One of my favorite books I read last year (sneaked in under the wire). The author is so passionate, her history of this magnificent animal is so sweeping and captivating, her language is so beautiful. It’s just great. Plus, I learned a lot. For instance, I had no idea that there is almost no violence depicted in cave paintings (I ended up chatting about it on Ask Historians, one of my favorite places on the internet) or that a lot of archaeologists think that horses originated in North America, migrated to Europe, went extinct here and then traveled back. In this way, horses were our gift to Europe…which they gifted back to us. I wish there’d been a bit more anthrozoology in the book—there’s very little discussion of the role of the horse in history over the last 200-300 years (the most interesting part), but perhaps that’s for a second book.
Pliny’s Natural History, its 37 books covering everything from anthropology to zoology, served as a compendium of Roman knowledge. The animals section is covered in books 8 to 11 and is responsible for myths that persist to this day. Despite what you might think, ostriches do not bury their heads in the sands. Or elephants being afraid of mice? Yep, we can thank Pliny for that. Elephants, he writes “hate mice and will refuse to eat fodder that has been touched by one.” I also love the story about the elephant who he alleges wrote in the sand with his trunk, “I, Elephant, wrote this.” Of course, it is easy to snicker at these but in fact his work gets a lot right and tells us quite a bit about how we used to think about animals.
American Buffalo: In Search of a Lost Icon by Steven Rinella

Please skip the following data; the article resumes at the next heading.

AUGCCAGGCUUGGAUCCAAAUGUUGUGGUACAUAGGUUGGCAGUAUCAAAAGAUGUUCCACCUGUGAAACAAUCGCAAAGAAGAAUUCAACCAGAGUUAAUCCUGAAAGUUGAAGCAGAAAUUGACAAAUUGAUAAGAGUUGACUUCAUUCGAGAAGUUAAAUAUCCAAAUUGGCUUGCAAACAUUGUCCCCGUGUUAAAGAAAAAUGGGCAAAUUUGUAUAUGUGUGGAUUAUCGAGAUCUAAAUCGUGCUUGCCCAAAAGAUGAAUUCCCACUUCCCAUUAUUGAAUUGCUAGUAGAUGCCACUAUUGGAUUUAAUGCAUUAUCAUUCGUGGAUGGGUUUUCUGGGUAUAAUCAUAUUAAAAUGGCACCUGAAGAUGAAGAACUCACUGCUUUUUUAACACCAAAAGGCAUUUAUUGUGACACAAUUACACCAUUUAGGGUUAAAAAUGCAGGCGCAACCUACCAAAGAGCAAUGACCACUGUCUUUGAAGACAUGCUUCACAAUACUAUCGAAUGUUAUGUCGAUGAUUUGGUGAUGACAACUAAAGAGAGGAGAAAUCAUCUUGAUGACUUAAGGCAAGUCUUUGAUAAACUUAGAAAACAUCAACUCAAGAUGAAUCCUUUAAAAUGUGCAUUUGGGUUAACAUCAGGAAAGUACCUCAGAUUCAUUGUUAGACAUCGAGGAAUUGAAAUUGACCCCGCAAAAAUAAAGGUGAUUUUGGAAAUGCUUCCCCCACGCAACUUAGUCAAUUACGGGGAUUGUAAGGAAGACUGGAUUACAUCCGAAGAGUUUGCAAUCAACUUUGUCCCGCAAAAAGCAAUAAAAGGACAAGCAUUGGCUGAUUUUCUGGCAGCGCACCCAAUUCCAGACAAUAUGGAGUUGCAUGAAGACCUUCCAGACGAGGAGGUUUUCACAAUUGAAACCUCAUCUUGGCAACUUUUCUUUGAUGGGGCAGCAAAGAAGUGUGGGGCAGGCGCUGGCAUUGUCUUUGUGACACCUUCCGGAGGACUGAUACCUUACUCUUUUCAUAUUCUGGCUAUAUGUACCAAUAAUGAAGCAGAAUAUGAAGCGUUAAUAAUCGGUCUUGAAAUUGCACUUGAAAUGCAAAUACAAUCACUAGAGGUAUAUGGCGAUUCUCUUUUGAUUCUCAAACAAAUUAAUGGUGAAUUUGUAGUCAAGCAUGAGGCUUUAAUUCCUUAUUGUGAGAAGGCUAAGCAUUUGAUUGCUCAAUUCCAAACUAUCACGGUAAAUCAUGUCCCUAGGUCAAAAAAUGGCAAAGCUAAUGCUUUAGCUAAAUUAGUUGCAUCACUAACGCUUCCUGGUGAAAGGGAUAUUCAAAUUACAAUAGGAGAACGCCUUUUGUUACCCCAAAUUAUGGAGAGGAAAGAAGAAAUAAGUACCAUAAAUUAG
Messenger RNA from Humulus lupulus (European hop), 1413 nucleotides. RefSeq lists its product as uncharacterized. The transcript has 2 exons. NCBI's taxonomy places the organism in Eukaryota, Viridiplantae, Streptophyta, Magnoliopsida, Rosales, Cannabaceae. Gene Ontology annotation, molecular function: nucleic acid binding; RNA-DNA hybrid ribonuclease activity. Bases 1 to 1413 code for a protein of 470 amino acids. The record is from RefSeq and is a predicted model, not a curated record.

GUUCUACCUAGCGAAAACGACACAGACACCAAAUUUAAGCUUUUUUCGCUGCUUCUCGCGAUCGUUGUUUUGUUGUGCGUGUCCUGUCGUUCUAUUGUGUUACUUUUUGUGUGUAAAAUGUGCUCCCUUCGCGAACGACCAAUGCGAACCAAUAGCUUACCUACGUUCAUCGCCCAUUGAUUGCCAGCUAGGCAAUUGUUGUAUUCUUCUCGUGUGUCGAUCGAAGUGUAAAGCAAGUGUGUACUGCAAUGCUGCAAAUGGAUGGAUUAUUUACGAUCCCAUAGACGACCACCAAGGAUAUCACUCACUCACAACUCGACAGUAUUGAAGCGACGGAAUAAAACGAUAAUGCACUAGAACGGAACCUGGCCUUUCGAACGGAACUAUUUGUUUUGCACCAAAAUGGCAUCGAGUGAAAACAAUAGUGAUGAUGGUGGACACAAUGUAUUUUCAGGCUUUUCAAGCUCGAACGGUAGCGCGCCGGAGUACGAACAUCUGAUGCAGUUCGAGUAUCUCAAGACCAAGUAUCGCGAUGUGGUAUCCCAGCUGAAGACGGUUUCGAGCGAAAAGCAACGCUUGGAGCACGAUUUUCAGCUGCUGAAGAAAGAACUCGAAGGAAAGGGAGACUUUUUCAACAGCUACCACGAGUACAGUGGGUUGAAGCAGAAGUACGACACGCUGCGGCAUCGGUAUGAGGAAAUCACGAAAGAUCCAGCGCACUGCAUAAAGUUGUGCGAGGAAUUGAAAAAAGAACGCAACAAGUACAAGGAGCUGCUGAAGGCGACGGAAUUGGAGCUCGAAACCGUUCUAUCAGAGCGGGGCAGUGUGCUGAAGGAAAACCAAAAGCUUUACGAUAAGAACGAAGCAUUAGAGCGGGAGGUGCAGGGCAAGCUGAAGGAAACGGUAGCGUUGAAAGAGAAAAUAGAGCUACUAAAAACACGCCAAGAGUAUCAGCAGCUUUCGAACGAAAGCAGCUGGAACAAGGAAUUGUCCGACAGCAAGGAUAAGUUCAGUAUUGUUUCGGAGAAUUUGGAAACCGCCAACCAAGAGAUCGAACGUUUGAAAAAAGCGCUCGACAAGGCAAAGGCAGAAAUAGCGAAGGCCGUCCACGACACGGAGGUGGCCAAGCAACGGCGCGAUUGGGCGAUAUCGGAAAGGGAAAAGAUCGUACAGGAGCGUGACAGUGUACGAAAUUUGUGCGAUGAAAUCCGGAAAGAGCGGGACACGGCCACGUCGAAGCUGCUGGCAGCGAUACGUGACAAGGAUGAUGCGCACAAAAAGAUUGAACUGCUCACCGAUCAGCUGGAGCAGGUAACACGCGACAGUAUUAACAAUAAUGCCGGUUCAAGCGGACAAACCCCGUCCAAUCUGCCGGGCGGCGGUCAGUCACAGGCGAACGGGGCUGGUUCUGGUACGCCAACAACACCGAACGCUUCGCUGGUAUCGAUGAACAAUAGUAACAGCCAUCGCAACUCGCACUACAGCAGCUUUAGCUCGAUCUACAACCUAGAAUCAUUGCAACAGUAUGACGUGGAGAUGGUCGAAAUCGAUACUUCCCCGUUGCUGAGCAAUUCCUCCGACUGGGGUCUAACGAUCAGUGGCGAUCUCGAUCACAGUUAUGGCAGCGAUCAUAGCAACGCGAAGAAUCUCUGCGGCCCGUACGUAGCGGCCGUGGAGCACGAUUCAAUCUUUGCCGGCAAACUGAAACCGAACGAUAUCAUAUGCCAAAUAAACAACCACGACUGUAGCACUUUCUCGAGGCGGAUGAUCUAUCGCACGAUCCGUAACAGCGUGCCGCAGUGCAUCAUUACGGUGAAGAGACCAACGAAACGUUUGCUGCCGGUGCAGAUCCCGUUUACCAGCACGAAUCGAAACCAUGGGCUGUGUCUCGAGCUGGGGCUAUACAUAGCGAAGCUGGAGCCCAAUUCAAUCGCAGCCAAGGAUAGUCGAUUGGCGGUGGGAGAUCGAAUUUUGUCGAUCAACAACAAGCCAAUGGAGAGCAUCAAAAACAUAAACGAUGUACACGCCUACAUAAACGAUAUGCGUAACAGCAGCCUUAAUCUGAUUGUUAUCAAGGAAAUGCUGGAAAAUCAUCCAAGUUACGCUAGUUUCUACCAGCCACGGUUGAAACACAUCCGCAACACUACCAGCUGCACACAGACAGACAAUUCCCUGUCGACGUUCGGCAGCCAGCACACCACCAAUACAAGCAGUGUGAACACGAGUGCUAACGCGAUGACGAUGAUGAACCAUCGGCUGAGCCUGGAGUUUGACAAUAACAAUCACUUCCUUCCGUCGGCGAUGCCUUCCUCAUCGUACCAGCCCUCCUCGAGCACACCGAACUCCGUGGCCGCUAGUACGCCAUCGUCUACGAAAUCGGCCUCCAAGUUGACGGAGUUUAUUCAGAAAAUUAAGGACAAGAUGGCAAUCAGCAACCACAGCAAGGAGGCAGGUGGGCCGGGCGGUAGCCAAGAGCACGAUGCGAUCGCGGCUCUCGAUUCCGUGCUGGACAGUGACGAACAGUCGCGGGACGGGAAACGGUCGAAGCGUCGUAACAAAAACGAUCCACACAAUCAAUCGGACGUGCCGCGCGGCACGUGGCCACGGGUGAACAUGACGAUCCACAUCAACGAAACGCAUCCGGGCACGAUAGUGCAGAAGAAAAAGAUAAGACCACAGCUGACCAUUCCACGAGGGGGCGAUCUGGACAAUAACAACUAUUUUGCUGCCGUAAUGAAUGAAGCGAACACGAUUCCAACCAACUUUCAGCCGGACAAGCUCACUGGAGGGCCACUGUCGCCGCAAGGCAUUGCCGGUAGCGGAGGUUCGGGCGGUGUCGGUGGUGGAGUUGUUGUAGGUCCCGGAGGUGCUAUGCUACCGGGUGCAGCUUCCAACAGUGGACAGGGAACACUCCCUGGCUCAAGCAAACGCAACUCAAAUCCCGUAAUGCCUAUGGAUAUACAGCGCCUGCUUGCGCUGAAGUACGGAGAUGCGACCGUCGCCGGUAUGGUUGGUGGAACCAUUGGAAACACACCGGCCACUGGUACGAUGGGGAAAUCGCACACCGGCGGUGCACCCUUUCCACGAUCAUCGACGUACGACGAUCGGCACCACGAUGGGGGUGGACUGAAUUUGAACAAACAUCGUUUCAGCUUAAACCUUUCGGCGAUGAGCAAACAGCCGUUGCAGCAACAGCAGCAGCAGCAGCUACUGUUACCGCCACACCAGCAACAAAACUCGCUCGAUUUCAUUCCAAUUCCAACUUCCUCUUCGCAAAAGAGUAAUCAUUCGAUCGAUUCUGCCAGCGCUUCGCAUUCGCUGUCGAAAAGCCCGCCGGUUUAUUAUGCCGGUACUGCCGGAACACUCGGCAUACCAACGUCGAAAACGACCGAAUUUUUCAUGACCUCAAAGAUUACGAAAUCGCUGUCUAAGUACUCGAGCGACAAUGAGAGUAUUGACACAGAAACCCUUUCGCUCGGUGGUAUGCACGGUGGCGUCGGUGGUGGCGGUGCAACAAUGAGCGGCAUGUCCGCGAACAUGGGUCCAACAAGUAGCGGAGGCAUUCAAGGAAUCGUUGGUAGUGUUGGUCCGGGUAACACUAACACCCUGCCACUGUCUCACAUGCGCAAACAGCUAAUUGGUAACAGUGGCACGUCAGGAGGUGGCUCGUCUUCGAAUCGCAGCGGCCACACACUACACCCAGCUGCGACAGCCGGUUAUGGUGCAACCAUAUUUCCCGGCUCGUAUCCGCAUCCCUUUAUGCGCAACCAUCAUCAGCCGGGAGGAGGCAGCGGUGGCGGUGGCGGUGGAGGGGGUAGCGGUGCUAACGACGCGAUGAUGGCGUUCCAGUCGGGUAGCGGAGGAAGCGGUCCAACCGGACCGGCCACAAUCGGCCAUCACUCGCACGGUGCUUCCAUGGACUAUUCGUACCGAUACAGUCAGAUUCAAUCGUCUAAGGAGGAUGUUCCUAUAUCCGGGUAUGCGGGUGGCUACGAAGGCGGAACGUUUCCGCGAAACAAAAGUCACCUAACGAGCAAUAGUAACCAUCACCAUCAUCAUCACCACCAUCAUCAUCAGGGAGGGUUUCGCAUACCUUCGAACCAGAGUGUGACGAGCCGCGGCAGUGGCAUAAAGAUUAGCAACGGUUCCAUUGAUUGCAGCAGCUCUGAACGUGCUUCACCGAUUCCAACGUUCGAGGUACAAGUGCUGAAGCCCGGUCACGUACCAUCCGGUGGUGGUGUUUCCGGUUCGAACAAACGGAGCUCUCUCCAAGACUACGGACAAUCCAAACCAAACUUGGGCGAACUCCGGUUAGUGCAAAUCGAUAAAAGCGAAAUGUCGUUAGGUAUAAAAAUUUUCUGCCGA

It’s not just the fascinating and exciting story of the history of the buffalo that makes his book good, it’s that it is a marvel of research and poetic writing. If you liked The Tiger, then you will like this book. It’s less violent with less suspense, but much more historical, more beautiful, and introspective. The narrative is about the author’s real hunting trip for a buffalo in Alaska, but in reality, it’s a history of an animal at the intersection of America, of the West, of modern life, of outcasts and outlaws. I mean just think about a single hunter killing 200+ buffalo in a single day. What planet does that happen on? Well, this happened on our planet, and just a little over a 100 years ago. Related and good: Buffalo for the Broken Heart: Restoring Life to a Black Hills Ranch by Dan O’Brien
Rin Tin Tin: The Life and the Legend by Susan Orlean
A biography of a dog? Yup. Seems ridiculous that a writer this good could or would write a biography on such a strange subject. But she did and it is excellent (it took her something like a decade to write). The best parts are when she focuses on herself, on the bond between man and animal, on our desire to make something last in the world. It’s pretty ridiculous to think that this dog was on television for longer than many of the biggest stars could ever dream of…and made more money too.
JT, JR Biography of a Monkey by Delia J Akeley
Another biography of a pet? This time a monkey? Love it. It was actually written by Carl Akeley’s wife wrote about her pet monkey in 1928. They think it may be one of the first books written from the perspective of an animal. Of course, I immediately bought it and loved it. You might too, if you can find it.
The Medici Giraffe by Marina Belozerskaya